Magic naturally pools in places that are usually uninhabited due to high (even for Europe) contamination levels. Too-quiet woodlands dancing with flecks of light, moors that always appear in a twilight—even when you KNOW it’s high noon—and mountain hearts that literally beat with a living pulse of lava. These places are safe-ish to enter, but like with radiation, a person’s arcane levels will slowly build the more they visit. A hunter who frequents enchanted glens may, in time, find herself sporting a pair of horns, thick bark scales, and/or a ridge of tiny human baby fingers down her spine. Gross? Oh yeah. Unmanageable? Certainly not. Plenty of people are fine with taking that risk.

Normal folks who turn into, say, dragons are a bigger rarity. Magic is influenced by mental and emotional cues, and attracted to both, kind of like a magnet. Users harness this intentionally under controlled conditions, inducing intense states of emotion to harness the tremendous ambient power of the environment. But the majority of a user’s education is not about harnessing magic—it’s about controlling yourself enough to dispel it afterwards, because if you don’t…boy, it gets nasty fast.

People who transform rapidly into monsters usually experience one to three months of an intense emotional state, obsession, or other unusually focused or volatile mindsets that makes them big ol’ beacons for all the ambient magic in the area. The hyper-accelerated contamination makes for bigger, more dangerous monsters (and a higher failure rate), as opposed to more slow-burn creatures (witches, glutton knights) that remain somewhat more humanoid. It’s possible to stop the process in the early stages.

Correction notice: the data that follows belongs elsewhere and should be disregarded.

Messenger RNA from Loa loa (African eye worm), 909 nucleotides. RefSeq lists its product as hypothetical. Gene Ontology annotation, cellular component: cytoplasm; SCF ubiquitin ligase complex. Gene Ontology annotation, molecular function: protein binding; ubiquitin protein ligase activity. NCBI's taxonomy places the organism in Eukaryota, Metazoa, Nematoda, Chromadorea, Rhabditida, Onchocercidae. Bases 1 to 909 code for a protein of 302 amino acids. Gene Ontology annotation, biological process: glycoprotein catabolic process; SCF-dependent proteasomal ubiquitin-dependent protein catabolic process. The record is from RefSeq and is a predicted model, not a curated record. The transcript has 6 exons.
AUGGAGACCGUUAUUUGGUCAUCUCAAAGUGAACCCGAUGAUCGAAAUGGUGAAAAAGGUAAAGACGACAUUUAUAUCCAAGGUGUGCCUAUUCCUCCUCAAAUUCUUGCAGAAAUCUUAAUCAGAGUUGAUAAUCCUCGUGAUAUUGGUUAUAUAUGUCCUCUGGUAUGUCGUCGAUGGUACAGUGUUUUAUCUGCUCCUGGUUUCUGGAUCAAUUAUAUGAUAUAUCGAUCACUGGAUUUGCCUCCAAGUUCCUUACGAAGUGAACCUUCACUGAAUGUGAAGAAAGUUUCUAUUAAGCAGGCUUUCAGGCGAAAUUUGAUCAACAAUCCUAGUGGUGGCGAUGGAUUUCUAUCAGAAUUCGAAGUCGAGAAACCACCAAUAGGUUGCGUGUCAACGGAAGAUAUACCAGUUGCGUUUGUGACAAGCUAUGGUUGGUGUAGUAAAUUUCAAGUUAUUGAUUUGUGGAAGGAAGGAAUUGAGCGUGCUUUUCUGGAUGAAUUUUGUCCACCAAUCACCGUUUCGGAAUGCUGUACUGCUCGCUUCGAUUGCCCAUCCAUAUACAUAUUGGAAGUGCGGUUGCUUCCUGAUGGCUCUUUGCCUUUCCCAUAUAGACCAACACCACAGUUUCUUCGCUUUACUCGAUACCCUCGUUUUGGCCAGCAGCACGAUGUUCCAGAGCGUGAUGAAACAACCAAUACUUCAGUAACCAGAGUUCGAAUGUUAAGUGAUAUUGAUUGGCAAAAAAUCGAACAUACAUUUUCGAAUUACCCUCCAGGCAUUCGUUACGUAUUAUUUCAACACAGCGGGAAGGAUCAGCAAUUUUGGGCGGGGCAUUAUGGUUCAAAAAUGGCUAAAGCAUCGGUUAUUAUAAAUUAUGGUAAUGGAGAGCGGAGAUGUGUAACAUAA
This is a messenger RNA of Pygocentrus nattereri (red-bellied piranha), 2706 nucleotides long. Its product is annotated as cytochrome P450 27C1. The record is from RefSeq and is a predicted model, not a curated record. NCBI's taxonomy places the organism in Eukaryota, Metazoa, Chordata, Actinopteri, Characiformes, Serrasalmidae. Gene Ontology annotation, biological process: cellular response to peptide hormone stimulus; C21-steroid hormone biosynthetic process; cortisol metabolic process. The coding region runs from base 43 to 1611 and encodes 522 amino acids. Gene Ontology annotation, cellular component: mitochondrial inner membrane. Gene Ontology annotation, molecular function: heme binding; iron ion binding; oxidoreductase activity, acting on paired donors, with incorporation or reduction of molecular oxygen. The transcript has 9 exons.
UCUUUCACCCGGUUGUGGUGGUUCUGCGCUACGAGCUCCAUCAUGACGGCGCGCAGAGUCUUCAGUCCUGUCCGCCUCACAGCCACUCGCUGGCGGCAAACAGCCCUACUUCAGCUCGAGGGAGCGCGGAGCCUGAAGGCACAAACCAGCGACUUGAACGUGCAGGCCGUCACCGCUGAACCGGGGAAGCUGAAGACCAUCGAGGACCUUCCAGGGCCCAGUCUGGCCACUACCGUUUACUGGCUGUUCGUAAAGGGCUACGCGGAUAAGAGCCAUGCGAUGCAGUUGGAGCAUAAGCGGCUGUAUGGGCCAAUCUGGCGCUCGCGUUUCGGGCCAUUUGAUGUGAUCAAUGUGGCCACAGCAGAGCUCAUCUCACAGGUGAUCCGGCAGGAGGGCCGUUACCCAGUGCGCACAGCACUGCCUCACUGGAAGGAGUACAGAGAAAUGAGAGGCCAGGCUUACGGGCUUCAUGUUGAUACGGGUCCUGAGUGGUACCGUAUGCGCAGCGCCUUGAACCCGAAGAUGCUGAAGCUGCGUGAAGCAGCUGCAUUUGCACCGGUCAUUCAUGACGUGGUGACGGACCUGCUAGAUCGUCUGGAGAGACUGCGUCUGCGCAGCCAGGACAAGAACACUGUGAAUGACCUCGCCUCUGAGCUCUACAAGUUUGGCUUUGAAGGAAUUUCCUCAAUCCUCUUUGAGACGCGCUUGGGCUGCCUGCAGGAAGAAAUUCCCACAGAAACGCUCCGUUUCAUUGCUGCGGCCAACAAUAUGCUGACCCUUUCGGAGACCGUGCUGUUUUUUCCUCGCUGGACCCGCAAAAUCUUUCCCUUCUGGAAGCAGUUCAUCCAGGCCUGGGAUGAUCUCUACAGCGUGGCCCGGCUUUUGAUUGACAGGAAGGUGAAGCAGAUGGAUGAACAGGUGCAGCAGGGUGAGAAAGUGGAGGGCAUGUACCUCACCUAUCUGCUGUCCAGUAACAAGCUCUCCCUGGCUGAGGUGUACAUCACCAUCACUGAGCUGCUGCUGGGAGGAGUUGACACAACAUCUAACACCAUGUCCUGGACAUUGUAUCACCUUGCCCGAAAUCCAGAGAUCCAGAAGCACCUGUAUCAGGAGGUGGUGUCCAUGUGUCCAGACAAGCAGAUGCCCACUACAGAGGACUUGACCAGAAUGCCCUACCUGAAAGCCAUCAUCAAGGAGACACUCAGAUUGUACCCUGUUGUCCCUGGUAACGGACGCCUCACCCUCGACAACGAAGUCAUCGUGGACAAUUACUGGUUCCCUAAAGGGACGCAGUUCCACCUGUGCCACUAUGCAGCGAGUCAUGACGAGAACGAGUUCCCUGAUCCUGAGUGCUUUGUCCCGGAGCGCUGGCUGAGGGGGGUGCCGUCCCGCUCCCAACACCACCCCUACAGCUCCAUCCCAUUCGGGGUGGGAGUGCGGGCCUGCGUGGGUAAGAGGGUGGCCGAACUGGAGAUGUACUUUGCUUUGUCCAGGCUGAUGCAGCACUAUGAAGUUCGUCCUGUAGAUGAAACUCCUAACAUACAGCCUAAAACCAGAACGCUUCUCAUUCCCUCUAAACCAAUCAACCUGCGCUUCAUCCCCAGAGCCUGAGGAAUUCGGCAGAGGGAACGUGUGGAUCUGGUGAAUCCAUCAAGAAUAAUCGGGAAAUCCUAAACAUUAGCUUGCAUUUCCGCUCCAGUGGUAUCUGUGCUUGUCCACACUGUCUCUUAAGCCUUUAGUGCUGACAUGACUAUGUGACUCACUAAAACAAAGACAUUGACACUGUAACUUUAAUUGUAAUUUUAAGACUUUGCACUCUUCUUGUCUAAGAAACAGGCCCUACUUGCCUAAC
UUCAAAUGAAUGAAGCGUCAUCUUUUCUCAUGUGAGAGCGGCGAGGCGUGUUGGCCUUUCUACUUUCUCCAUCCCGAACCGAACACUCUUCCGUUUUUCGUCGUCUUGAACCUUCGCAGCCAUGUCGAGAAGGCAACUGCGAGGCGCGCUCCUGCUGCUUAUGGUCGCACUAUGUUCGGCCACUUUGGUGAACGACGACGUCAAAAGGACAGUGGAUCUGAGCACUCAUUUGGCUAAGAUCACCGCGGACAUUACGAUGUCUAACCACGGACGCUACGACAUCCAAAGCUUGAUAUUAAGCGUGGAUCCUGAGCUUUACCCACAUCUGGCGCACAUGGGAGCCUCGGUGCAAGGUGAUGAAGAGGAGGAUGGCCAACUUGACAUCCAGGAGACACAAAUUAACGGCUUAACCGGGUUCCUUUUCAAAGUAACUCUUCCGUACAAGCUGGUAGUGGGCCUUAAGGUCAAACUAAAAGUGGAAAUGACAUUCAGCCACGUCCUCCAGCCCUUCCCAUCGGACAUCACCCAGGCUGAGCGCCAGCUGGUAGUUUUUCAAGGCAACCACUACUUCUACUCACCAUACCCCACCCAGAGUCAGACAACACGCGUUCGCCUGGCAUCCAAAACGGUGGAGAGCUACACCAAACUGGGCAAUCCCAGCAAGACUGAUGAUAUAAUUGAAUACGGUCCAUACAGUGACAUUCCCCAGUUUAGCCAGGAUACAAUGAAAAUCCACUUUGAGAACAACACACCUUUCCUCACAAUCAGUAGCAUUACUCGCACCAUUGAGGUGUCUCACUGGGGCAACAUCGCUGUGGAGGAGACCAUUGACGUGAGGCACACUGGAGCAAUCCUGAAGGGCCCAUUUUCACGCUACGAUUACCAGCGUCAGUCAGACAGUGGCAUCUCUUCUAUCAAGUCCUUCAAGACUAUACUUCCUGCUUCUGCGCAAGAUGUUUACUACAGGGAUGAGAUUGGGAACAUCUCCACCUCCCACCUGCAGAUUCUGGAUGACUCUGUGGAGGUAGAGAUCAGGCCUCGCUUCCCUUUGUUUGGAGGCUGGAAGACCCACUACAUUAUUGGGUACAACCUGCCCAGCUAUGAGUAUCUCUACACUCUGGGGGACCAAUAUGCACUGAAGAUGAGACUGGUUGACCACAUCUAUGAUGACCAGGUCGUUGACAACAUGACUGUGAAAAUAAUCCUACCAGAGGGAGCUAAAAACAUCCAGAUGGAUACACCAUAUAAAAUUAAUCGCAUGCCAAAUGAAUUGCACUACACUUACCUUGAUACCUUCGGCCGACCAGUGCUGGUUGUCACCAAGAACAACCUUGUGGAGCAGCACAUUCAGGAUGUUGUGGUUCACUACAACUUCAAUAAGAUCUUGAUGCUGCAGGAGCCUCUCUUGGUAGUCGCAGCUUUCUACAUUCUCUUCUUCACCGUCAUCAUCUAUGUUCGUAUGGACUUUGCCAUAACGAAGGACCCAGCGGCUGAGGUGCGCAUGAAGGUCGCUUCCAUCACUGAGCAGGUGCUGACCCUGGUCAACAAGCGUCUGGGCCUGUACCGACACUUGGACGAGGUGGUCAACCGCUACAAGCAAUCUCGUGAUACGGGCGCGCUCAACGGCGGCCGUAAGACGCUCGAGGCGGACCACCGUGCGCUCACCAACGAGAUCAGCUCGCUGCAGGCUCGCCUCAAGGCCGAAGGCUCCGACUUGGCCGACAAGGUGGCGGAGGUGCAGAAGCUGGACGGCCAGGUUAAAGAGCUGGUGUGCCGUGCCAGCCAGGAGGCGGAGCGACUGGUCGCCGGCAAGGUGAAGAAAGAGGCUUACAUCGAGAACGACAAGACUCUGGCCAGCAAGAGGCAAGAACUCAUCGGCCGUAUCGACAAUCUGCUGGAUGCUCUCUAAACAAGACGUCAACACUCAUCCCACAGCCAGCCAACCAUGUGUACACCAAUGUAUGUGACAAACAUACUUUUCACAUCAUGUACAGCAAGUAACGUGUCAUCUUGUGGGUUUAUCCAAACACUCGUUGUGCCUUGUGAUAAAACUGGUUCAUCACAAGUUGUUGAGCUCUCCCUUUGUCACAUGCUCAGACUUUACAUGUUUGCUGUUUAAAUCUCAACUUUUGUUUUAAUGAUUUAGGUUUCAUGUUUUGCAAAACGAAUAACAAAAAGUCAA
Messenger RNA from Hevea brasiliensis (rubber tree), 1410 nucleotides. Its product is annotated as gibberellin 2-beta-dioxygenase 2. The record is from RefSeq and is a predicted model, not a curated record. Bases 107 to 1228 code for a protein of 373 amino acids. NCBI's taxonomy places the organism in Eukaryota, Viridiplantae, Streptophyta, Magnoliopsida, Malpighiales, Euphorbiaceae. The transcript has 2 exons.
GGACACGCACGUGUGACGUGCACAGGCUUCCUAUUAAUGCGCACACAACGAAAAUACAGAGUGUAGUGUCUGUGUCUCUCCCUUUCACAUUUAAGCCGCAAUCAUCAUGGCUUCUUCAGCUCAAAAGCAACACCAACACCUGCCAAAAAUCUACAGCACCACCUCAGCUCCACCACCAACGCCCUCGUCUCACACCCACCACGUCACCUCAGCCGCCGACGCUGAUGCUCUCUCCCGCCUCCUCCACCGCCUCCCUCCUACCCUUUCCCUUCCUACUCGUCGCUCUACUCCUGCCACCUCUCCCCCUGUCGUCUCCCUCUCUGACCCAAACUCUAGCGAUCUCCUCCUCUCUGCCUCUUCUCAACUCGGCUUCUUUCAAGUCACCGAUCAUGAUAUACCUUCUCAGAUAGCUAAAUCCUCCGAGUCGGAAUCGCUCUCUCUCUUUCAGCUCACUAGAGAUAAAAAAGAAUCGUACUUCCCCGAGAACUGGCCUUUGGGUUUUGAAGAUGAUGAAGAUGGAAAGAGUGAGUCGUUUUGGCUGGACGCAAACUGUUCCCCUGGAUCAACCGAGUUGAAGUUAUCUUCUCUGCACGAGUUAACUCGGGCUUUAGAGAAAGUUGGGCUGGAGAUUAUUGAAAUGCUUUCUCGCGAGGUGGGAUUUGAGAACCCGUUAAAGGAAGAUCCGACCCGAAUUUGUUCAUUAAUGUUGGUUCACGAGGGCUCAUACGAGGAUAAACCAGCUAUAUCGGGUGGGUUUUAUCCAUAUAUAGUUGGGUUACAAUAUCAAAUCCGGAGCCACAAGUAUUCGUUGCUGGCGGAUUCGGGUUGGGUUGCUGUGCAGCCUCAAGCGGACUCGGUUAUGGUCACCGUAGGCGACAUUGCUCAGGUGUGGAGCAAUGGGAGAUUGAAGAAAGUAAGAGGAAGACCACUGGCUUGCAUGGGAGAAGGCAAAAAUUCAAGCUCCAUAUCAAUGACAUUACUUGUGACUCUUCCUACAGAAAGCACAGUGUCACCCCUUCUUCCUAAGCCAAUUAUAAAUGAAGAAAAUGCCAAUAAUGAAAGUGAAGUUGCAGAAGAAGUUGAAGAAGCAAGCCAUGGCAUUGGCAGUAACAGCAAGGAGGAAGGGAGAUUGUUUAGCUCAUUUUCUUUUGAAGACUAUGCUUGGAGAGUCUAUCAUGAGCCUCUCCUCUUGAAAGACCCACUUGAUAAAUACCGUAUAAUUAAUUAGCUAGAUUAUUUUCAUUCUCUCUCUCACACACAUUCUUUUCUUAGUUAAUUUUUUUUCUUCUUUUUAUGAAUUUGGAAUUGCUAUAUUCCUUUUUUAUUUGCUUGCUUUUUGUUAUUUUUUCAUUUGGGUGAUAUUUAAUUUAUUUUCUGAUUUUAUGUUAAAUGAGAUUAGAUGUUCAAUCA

An interesting social side effect of this is that Europe has an unbelievably high focus on mental healthcare. Almost every town or village has a government-sponsored mediwix (wix = govt. evaluated witch) who is required by law to have expertise as a psychiatrist and offer their services freely. A mediwix is equally as important as a knight, and teams are often paired together during their apprenticeship days with the anticipation of being later deployed to the same settlement.

They aren’t always in pairs, though. There are more mediwixes in cities and more knights in wilder outposts, generally–Augustine was alone in their town, which is part of why they went undiagnosed for so long.

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1117. While patronuses that resemble magical creatures are uncommon, Newt Scamander's patronus is a hippogriff since his interest in magical creatures was influenced by his mother's breeding of hippogriffs.

submitted by tardisman14

Lesson 3: Witchcraft 101

Terminology and Basic Theory

By: Headmistress Trick

Live class date and time: 1/3/2017 @ 4:40pm